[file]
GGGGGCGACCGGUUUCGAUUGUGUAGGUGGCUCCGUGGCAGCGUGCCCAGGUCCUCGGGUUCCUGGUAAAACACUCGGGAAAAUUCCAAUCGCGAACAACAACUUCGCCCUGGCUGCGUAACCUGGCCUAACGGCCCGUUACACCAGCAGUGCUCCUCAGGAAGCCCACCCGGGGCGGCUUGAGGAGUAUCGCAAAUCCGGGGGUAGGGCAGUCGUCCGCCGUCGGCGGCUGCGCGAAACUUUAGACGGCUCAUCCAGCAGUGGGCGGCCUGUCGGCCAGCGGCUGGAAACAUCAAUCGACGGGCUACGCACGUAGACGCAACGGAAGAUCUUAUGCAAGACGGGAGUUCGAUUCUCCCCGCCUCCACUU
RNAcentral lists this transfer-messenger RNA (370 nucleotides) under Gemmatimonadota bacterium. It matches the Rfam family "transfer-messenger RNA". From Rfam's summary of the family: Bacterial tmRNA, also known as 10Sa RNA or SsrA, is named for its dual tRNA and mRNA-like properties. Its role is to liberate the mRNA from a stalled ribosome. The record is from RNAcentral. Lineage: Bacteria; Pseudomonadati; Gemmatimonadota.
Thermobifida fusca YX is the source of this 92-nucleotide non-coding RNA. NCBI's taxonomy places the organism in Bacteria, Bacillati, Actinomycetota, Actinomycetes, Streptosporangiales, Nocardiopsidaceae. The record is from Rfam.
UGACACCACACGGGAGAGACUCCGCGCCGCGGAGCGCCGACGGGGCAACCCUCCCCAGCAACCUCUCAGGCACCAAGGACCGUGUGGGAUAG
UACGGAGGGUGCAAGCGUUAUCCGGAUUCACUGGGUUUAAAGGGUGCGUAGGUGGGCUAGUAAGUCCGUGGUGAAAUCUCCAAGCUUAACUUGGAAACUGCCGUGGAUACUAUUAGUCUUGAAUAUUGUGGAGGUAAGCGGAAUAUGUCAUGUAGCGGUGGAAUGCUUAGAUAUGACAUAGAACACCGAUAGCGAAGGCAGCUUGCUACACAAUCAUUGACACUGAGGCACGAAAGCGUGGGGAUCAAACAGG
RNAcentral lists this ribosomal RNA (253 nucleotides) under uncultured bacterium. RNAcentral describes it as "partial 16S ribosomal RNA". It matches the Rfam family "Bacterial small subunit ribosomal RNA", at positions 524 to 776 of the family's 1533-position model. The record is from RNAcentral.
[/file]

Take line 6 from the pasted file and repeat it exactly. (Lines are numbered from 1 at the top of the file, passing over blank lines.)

RNAcentral lists this ribosomal RNA (253 nucleotides) under uncultured bacterium. RNAcentral describes it as "partial 16S ribosomal RNA". It matches the Rfam family "Bacterial small subunit ribosomal RNA", at positions 524 to 776 of the family's 1533-position model. The record is from RNAcentral.